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Silver is Indicator of Inflation

Summary:
The 10.73% rise in the price of silver sticks out, relative to what is more and more obviously taking place—namely, that inflation is on the rise, big time! Note my IDW below hit another all-time high rising to 191.64 by the end of this week. The point is that everything is rising because the supply of dollars is rising and the trajectory of its future rise is exponential.  An uptick in rates this week in response to rising inflation, not to the Fed’s talk of tapering, is evidenced by the decline in the T-Bond (TLT). Gold and silver have been laggards for one very good reason. Establishment propaganda requires bullion banks to manipulate those prices downward for as long as possible in order to keep people confident in the existing dollar-based system. But what happens to the Fed’s

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Silver is Indicator of InflationThe 10.73% rise in the price of silver sticks out, relative to what is more and more obviously taking place—namely, that inflation is on the rise, big time! Note my IDW below hit another all-time high rising to 191.64 by the end of this week. The point is that everything is rising because the supply of dollars is rising and the trajectory of its future rise is exponential.  An uptick in rates this week in response to rising inflation, not to the Fed’s talk of tapering, is evidenced by the decline in the T-Bond (TLT). Gold and silver have been laggards for one very good reason. Establishment propaganda requires bullion banks to manipulate those prices downward for as long as possible in order to keep people confident in the existing dollar-based system.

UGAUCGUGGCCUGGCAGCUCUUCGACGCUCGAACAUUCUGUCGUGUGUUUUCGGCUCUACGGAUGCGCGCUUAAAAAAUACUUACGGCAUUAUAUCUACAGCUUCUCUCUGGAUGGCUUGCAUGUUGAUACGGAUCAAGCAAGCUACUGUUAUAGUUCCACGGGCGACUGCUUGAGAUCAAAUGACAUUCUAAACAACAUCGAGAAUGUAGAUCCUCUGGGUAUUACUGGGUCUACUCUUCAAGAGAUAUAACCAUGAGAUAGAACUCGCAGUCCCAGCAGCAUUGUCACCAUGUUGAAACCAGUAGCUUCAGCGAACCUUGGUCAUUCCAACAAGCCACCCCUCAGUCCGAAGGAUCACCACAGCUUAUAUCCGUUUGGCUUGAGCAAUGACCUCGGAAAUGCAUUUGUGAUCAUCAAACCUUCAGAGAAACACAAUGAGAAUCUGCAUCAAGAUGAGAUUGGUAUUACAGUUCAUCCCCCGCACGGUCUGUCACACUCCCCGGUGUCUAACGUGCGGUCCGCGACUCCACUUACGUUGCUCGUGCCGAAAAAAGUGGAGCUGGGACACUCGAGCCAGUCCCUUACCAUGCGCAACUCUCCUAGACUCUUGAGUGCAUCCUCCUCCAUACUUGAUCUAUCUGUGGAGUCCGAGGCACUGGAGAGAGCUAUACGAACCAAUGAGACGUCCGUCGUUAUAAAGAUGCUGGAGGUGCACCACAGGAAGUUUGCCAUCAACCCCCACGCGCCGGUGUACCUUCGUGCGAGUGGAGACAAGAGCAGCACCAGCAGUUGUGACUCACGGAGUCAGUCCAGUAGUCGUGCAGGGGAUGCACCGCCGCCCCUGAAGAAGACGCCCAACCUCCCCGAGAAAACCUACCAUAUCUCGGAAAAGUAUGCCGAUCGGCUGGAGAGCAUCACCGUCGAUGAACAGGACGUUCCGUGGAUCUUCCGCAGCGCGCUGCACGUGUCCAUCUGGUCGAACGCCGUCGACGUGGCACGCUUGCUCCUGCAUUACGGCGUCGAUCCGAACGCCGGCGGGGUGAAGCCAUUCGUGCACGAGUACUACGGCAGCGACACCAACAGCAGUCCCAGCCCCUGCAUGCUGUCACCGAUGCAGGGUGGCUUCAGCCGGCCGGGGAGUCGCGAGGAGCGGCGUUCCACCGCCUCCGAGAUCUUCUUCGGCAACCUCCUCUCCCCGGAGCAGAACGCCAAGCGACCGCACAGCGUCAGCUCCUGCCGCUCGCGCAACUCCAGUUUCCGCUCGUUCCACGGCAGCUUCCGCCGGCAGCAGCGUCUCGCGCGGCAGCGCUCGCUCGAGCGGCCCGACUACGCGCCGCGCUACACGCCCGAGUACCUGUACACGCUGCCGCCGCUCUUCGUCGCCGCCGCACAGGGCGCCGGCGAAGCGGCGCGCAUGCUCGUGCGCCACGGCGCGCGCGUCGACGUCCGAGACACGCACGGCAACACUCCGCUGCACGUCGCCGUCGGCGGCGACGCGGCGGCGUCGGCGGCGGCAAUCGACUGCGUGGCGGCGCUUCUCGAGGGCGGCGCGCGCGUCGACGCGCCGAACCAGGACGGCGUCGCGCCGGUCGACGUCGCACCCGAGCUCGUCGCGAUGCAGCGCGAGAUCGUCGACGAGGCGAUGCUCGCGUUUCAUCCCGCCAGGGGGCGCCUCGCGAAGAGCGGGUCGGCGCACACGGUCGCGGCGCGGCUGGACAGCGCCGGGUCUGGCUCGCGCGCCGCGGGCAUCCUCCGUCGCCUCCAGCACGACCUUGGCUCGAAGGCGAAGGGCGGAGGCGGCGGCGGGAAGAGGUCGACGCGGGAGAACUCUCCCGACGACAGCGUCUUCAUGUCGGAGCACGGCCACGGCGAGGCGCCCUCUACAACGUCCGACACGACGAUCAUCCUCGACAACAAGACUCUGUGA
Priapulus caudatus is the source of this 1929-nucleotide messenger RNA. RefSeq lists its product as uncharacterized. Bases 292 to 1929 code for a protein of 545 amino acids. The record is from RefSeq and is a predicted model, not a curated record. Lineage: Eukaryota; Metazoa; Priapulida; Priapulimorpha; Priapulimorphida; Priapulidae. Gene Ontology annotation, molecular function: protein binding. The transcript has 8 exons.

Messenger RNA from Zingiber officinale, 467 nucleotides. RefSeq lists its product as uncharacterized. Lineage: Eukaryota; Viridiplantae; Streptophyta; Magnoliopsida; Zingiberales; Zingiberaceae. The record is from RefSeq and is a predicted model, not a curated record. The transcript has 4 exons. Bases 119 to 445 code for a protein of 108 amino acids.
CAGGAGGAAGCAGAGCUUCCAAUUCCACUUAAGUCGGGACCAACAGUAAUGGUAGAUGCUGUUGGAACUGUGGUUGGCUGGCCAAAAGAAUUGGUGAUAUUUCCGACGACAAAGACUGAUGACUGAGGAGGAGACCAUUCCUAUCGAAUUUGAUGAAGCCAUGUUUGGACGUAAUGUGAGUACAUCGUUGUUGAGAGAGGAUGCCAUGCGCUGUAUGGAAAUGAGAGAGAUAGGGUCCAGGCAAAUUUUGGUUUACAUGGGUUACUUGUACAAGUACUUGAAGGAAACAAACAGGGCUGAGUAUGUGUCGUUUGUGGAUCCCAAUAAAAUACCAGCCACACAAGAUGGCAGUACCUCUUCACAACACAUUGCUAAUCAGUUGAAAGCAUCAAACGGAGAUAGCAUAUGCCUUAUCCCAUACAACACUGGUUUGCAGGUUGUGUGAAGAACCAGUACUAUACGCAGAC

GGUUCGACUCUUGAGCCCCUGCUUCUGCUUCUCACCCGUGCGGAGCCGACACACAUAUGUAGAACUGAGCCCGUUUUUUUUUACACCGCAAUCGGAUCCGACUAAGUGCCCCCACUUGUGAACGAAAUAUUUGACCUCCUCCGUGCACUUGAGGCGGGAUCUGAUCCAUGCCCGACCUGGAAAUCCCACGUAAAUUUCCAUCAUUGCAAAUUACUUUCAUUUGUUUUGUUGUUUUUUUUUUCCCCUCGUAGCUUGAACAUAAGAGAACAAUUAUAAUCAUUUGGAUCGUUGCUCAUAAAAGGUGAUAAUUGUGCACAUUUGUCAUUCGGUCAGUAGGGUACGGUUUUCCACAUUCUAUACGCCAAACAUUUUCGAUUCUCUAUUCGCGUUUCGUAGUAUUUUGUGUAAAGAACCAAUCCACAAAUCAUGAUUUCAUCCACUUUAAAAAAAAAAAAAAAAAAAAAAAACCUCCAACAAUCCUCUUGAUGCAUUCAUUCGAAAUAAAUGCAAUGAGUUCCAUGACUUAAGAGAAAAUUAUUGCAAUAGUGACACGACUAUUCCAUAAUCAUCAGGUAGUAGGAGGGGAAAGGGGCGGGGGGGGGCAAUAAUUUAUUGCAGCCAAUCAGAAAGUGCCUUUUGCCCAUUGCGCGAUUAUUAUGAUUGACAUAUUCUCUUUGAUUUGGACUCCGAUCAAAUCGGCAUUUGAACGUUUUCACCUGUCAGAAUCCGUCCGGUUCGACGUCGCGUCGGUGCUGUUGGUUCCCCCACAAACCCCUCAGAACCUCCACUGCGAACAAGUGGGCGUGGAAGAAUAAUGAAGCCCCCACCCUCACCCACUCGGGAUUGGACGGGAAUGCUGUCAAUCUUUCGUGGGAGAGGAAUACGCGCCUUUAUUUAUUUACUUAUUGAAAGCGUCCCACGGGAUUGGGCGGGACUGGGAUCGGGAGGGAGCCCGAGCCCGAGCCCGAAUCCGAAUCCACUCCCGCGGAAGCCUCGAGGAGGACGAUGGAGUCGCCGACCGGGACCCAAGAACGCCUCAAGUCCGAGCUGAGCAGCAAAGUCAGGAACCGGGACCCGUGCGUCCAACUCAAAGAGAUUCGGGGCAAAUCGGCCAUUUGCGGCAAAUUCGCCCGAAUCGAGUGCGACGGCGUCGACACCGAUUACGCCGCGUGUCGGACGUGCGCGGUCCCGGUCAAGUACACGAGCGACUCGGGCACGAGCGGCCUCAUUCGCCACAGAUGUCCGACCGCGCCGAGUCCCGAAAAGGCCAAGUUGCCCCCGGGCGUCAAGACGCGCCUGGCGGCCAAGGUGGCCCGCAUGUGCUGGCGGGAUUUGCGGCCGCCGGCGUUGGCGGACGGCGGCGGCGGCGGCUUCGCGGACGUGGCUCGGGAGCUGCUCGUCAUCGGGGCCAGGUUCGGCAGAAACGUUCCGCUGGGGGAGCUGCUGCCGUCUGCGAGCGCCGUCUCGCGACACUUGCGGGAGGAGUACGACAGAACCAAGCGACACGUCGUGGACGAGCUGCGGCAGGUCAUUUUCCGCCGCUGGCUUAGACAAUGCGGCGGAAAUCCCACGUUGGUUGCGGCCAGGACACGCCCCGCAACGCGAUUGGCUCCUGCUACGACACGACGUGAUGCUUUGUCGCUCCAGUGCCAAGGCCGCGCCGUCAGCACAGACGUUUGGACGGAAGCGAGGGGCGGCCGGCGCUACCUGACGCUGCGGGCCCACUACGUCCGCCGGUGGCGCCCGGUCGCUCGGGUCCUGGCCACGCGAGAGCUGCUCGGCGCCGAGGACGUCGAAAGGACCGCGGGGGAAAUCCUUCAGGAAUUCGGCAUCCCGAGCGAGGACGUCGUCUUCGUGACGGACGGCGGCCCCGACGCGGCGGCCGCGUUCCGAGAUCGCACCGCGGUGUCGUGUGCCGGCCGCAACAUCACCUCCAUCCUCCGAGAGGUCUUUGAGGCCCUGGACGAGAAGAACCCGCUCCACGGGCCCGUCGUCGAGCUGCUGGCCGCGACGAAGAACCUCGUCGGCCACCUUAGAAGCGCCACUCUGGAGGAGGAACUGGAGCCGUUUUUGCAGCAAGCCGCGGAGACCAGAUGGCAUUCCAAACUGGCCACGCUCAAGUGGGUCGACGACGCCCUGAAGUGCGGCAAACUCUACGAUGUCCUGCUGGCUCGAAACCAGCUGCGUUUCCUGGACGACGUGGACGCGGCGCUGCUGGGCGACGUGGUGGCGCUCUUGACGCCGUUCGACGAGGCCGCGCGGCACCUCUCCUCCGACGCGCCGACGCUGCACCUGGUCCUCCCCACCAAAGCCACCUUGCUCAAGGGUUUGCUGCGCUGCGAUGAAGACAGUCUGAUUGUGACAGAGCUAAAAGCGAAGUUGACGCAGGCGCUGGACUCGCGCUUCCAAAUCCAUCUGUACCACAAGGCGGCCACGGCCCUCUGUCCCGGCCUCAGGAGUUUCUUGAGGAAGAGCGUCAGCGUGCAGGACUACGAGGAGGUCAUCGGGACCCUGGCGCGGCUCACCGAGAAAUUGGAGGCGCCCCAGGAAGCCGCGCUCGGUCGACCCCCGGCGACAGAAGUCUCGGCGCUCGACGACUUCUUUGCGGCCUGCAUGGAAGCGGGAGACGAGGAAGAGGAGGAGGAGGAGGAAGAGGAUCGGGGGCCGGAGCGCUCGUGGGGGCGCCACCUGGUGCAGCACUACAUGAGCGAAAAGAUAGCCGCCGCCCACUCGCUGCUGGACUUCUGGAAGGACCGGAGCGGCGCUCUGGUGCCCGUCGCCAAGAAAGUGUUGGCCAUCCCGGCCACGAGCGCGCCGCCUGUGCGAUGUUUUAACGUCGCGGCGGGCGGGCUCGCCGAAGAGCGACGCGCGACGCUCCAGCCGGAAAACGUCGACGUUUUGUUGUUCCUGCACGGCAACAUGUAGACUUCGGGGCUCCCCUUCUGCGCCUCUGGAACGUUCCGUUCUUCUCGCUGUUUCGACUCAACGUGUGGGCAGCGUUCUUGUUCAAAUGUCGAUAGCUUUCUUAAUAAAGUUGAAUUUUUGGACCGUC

Silver is Indicator of Inflation

But what happens to the Fed’s tapering plans if the economy begins to tank, as the Atlanta Fed suggests is beginning to take place, and the stock market begins to fall in sync with plunging earnings? Back in August, the Atlanta Fed predicted an annual GDP growth of 6%. Its latest prediction has plunged to a mere 0.4%. That compares to a consensus range of between 2.2% to 5.4%. Although that was lower than the consensus, the Atlanta Fed has had an uncanny record in predicting GDP, which of course is in decline largely because of a surging inflation rate. Moreover, the market is suggesting we can expect more in the way of inflation. As Peter Boockvar pointed out on Thursday of this past week, the U.S. Silver is Indicator of Inflationinflation breakeven rate on the 5-year Treasury rose by 10 bps to 2.91%, which is the rate above the 5-year U.S. Treasury rate. So with the global economy starting to spiral downward, more than ever gold will be in demand. Bloomberg last week reported how it works. “To fathom the magnitude of Venezuela’s financial collapse, travel southeast from Caracas, past the oilfields and over the Orinoco River, and head deep into the savanna that blankets one of the remotest corners of the country. There, in the barber shops and restaurants and hotels that constitute the main strip of one dusty little outpost after another, you’ll find prices displayed in grams of gold. A one-night stay at a hotel? That’ll be half a gram. Lunch for two at a Chinese restaurant? A quarter of a gram. A haircut? An eighth of a gram, please. Jorge Pena, 20, figured that an eighth came to three small flakes — the equivalent of $5. After getting a trim one recent weekday in the town of Tumeremo, he handed them over to his barber, who, satisfied with Pena’s calculation, quickly pocketed them. ‘You can pay for everything with gold,’ Pena says.

We hope it never comes to this in America. Meanwhile, as the world goes broke, companies that produce money with purchasing power—gold—will become the bankers of the world.

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